Yeah, there are some crazy discrepancies and we need to find out why. Why are you enjoying teaching so much and these kids aren’t seeing it? It’s also clear that the feelings of not being heard and appreciated are shared between teachers and students.
The report says students don’t feel their education gives them the information they really need, especially in the upper grades.
They’re looking at education through a different lens. As a matter of fact, it’s almost a different camera. Kids understand why they’re learning what they’re learning, but what they tell us is, “You’re giving me information in school that I can look up on my iPhone in about 20 seconds.”
The job of the teacher and the administrator is now providing an environment where, yes, the information is one thing, but getting them excited or making connections with that information and their lives in the future is a whole different thing. That’s where this report clearly tells me we need to go.
The only way we’re going to get to that understanding is by having conversations with these kids around their hopes and dreams.
And that problem is systemic.
Right. When we ask students, “Does your teacher know your hopes and dreams” their answers are pretty dismal.
But the same is true with the teachers. We ask, “Does your administration know your hopes and dreams?” Then we ask administrators, “Does central office know your hopes and dreams about your future?” The answer is always, “no.”
It seems to be this trickle-down effect of non-nurturing. I don’t mean nurturing in the sense that we’re all holding hands singing “Kumbaya” but the idea that we’re all in this together—are we supporting and entrusting each other, or are we just surviving?
So how can we begin to change these attitudes?
We need to listen, but I want to be careful about how we define listening. I recently visited a big district that thinks it is doing all these things that tie into student voice because they have a quarterly meeting with a group of kids. It’s like checking off an item on a list.
But these kids—the president of the student council, the captain of the football team—certainly don’t truly represent the student body.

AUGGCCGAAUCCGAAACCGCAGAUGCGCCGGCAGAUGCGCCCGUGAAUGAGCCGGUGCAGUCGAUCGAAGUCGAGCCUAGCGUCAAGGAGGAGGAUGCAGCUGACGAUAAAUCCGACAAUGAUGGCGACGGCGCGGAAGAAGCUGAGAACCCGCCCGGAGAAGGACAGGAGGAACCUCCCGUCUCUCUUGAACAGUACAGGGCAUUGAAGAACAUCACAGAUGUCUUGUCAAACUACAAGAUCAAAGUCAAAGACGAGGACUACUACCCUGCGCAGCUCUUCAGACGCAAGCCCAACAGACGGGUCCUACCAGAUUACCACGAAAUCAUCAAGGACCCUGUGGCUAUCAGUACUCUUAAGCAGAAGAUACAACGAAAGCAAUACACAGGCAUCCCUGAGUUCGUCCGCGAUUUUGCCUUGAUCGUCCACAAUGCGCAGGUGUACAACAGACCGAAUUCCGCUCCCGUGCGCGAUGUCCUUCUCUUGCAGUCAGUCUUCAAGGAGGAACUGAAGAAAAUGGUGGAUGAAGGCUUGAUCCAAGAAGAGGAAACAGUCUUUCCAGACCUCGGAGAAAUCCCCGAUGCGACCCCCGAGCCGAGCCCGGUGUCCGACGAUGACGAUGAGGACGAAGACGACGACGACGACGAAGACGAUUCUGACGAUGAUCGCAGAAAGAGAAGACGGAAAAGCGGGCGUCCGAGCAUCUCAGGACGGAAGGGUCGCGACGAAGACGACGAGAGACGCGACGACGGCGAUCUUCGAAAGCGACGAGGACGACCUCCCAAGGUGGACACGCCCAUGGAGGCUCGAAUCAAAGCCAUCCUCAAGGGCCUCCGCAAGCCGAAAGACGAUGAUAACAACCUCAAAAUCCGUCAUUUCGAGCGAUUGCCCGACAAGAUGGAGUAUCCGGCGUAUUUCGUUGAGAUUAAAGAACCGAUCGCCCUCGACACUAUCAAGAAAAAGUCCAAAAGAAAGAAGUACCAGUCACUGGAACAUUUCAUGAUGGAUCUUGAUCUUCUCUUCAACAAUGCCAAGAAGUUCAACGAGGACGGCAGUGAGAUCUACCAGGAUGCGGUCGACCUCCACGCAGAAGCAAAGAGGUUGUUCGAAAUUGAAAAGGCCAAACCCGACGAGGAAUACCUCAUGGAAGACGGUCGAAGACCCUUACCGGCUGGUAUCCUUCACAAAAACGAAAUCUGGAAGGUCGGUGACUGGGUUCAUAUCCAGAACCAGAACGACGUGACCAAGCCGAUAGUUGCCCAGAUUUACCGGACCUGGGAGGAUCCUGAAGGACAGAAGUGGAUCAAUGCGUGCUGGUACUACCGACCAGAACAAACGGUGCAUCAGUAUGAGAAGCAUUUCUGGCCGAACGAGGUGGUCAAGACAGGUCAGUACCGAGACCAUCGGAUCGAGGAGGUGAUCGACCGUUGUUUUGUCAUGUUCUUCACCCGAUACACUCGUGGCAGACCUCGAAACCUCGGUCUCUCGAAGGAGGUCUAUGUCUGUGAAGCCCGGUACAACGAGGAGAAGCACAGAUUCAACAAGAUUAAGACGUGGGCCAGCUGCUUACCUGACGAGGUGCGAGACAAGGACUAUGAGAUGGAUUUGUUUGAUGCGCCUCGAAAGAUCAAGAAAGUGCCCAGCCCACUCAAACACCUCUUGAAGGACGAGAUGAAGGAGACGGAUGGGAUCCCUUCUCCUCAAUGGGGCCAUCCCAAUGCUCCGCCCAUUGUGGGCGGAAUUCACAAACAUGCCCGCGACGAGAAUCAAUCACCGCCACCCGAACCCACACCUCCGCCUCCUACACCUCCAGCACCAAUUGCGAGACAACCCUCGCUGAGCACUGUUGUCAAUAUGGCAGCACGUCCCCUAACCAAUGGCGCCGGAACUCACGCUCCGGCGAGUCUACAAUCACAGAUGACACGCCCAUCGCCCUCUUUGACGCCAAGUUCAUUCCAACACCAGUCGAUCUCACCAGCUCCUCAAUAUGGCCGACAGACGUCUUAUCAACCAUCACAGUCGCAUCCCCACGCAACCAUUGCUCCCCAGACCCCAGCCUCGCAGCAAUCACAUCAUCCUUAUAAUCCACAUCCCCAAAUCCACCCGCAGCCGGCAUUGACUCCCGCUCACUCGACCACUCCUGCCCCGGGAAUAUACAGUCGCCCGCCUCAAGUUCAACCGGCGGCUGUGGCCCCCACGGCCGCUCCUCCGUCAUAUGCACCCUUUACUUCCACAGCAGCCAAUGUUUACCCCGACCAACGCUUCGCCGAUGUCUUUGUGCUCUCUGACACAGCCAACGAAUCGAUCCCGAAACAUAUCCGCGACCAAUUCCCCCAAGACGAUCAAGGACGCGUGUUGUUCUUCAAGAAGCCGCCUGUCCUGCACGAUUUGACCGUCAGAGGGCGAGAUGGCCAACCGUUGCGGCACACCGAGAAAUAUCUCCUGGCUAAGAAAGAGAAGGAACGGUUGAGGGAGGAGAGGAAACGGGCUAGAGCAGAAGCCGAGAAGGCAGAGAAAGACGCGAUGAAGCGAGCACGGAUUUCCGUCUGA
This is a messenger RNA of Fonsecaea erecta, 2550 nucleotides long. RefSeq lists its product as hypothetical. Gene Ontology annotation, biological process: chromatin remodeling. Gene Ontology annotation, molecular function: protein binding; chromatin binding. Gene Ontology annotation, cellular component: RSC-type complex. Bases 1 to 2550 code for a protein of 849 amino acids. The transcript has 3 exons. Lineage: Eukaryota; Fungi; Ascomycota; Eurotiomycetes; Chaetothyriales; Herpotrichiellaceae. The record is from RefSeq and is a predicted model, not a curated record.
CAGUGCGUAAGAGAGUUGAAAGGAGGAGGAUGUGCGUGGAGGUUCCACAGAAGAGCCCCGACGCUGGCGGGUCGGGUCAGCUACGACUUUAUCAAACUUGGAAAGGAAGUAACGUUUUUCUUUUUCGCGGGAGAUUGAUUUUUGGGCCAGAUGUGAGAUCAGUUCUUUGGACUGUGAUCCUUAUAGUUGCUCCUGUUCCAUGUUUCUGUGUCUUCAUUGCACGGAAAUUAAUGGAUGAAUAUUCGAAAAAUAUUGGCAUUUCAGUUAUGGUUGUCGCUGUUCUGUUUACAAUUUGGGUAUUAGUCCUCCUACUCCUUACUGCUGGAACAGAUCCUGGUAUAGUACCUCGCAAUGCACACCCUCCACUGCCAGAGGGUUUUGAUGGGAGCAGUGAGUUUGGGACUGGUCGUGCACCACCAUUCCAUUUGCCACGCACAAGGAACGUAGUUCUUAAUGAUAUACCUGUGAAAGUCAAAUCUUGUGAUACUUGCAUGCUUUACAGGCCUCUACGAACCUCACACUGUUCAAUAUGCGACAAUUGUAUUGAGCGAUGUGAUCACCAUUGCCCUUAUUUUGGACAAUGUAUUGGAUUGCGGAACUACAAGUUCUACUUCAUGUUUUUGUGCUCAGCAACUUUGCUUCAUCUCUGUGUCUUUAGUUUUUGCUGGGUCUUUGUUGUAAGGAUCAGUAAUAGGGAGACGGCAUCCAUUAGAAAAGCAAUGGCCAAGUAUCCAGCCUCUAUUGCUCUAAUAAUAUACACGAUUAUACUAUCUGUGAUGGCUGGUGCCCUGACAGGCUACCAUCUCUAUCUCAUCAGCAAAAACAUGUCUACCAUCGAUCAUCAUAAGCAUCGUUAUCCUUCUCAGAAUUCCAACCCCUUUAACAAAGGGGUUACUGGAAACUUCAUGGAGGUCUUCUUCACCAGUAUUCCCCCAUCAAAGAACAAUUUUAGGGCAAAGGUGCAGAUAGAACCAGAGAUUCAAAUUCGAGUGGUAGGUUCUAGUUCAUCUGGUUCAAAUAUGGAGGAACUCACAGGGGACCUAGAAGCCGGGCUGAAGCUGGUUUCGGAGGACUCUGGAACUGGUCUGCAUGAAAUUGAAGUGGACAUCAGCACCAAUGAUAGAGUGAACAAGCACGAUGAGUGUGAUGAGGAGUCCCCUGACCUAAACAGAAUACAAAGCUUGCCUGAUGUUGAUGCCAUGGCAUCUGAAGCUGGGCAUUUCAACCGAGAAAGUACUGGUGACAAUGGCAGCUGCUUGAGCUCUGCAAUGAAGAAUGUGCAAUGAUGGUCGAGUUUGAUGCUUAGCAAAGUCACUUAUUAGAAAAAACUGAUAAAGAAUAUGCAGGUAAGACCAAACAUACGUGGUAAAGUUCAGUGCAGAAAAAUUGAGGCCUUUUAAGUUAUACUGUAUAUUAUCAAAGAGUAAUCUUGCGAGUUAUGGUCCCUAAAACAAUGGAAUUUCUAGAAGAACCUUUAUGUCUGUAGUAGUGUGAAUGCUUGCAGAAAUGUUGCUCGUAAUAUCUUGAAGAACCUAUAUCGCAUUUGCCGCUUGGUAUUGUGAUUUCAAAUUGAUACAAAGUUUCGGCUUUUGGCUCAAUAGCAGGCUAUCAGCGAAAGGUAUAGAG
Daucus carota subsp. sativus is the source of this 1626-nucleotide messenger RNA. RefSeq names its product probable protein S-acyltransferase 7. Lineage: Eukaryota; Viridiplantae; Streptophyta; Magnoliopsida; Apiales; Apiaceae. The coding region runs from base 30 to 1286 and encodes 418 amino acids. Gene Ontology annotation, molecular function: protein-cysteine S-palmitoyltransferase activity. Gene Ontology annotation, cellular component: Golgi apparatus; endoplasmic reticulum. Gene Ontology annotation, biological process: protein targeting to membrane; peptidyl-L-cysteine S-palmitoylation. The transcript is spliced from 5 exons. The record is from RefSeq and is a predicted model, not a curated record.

The reason administrators turn to those students is that they aren’t fearful of them. They get a group of students that seem to be what every top student would look like, both color-wise and attitude-wise and so on, but these kids are going to tell them things they either already know or things that aren’t going to threaten them.
A big part of the administrator’s challenge with student voice, frankly, is that they’re afraid of what they don’t know or don’t understand. You can’t be afraid of what you don’t know or we’re never going to move forward in education, particularly when it comes to student voice.
I imagine the same holds true for the dynamic between faculty and administration.
Right. Listening is not a passive activity. It’s not saying, “Talk to me. I’m going to listen and be quiet.” No, it’s about engagement. Administrators always say they have an open-door policy, but what does that matter if no one’s coming in?
How often do you go out among the teachers and students? You should be going out as much as possible because it’s an active process. You’ve got to go to the source. You’ve got to be open. Be free of what you don’t know and be ready to hear some of these things to change.
It sounds so clich©, but the difference that I see between the most successful administrators and those who are still kind of straggling is that they haven’t built the trust between themselves and the staff, and between themselves and the students. You build that trust by them getting to know who you are, rather than “the principal”‘ or “the superintendent.”
Often, a superintendent will walk down the hallway, and the kids and teachers won’t even know who